Banking inquiry points to lack of ATM competition
11 November 2009 Media Statement
EMBARGOED UNTIL WEDNESDAY 9.30am NOVEMBER 11 2009
Banking inquiry points to lack of competition in ATM market
Australians have twice as many ATMs per head of population compared to New Zealand, and the gap is growing because of the lack of competition in the ATM market, says Managing Director of ATM Plus Limited, David Dickinson.
A group of companies who distribute independent ATMs made a submission to the Parliamentary Banking Inquiry in September and welcomed the release of the final report today which highlighted the lack of competition in the ATM market, and called for “a full review of competitive conditions in the New Zealand banking industry.”
“We want to go where the big banks don’t go; into small towns, rural communities, even on the interisland ferry and Invercargill Airport. But ASB and ANZ National banks won’t let their customers use their cards in our machines, and they have 40% of the ATM market between them.
“It seems unfair not to let their customers have the same convenience that every other New Zealander enjoys.”
Kiwibank, Westpac, BNZ, TSB, SBS Bank and Rabobank all let their customers use independent ATMs. Rural communities are particularly badly affected by the lack of competition because Eftpos is not an adequate substitute for an ATM. For example, tourists cannot get money out of Eftpos from Visa and Mastercard. Neither can New Zealanders get a balance on Eftpos before they purchase anything.
“The irony is that ANZ National and ASB parent banks have no problem allowing their customers to use the thousands of non-bank ATMs in Australia.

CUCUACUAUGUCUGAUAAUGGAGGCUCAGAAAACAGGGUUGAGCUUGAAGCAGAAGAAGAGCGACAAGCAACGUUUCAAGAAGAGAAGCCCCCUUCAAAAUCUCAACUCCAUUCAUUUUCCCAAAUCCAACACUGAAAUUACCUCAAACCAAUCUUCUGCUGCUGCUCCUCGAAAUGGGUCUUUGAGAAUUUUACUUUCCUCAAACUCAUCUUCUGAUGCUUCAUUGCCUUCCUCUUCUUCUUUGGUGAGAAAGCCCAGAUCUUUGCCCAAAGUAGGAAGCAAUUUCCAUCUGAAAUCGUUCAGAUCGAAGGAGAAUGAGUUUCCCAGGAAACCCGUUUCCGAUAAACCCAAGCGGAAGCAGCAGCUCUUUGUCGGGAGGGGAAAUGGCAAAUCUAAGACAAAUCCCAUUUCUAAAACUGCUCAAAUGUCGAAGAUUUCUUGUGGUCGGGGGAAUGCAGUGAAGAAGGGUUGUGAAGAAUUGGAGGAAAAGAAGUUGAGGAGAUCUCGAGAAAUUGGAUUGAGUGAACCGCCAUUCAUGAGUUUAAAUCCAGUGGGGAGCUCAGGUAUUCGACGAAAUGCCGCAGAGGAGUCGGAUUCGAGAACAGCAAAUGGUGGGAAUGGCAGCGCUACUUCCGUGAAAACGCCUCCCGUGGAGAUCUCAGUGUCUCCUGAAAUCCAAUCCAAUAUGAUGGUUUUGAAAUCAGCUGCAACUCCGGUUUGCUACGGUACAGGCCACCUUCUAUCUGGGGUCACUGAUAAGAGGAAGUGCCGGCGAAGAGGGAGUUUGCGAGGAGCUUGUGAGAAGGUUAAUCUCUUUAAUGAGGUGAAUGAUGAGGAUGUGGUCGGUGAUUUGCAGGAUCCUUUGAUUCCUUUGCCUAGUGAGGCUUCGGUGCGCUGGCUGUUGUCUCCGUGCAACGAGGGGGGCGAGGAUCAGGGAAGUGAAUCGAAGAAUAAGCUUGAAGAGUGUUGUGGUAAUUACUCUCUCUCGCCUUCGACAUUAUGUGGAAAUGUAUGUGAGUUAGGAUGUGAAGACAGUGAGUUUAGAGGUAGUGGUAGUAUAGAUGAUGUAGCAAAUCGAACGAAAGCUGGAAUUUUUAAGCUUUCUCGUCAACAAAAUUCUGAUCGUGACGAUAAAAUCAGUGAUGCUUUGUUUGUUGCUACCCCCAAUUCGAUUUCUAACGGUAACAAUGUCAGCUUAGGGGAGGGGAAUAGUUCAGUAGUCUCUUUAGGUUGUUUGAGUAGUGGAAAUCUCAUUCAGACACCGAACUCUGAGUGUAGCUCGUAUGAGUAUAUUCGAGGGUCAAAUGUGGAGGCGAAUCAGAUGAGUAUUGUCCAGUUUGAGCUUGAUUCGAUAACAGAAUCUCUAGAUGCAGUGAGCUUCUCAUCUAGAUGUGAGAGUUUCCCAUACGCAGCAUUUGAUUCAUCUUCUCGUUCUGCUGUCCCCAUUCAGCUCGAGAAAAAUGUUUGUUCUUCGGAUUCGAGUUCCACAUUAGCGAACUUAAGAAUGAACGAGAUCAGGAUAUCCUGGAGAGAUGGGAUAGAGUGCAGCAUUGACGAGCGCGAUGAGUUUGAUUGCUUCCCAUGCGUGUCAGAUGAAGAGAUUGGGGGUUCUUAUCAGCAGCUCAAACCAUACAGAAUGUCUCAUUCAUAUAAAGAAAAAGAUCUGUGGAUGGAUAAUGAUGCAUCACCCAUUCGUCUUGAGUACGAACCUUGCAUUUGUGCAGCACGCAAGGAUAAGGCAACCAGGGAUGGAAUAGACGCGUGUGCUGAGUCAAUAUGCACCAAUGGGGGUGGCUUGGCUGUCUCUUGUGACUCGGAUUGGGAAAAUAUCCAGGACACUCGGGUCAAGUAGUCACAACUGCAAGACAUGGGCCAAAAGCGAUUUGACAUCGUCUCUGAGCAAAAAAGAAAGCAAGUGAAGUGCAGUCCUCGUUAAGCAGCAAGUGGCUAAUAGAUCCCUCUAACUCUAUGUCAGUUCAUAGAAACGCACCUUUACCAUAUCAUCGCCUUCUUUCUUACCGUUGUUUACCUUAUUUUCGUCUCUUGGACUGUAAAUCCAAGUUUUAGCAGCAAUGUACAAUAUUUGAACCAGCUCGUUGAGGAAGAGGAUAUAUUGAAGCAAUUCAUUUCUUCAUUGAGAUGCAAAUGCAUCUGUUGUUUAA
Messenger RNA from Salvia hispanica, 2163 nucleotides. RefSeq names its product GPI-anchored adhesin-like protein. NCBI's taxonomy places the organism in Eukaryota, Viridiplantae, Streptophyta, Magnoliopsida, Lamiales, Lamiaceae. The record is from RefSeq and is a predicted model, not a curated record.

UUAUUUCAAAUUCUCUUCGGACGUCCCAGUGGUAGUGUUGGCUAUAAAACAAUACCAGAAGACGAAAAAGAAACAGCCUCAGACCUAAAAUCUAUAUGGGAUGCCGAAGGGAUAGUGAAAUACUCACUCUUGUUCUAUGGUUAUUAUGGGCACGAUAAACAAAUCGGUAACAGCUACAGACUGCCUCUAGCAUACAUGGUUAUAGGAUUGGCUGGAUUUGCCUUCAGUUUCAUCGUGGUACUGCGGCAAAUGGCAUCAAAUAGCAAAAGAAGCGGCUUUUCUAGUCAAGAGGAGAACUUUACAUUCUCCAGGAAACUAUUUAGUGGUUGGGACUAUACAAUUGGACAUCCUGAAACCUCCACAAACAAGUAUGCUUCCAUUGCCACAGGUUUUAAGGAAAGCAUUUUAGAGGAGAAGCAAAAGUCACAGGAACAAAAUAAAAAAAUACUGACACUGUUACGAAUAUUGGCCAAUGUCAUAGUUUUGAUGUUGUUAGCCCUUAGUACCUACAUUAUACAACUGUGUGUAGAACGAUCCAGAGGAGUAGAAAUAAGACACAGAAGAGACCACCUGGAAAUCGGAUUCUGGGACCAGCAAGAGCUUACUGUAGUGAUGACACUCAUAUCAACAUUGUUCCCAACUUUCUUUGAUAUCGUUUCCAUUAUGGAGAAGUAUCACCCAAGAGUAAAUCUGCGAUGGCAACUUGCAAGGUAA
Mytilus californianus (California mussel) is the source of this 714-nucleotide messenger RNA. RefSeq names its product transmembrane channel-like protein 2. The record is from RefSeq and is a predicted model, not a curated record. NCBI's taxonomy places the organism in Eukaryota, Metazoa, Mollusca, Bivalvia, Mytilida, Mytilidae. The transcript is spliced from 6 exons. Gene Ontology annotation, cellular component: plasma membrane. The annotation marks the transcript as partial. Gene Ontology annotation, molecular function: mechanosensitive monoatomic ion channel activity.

“Donʼt their Kiwi customers deserve the same treatment?”
“We believe there is more room for growth and competition in the market, but at present we are unable to increase the number of ATMs in New Zealand because of the behaviour of ASB and ANZ National banks.”
The Reserve Bank of Australia oversees regulation to make access to ATMs open at competitive fees which are transparent to the customer. Independent ATMs in New Zealand display the fee for using the machine on the screen before customers get their cash, so they can chose whether or not to proceed. This is now standard practice for all ATMs in Australia, but fees are still hidden by many other cash machines in New Zealand.
“New Zealanders deserve the same treatment as Australian customers, and we support the Banking Inquiry’s call to involve the Reserve Bank here in a full review of banking regulations and monetary policy,” says David Dickinson.
Quote from the Report of the Parliamentary Banking Inquiry, 11 November 2009
A submission was received from a group of companies distributing independent ATMs, with the aim of increasing competition in the ATM market. Independent ATM companies are willing to provide machines in rural areas not serviced by individual banks; however they require each bank to allow their cardholders to access the machines. Currently two major banks have not allowed this, preventing their customers from accessing independent machines.’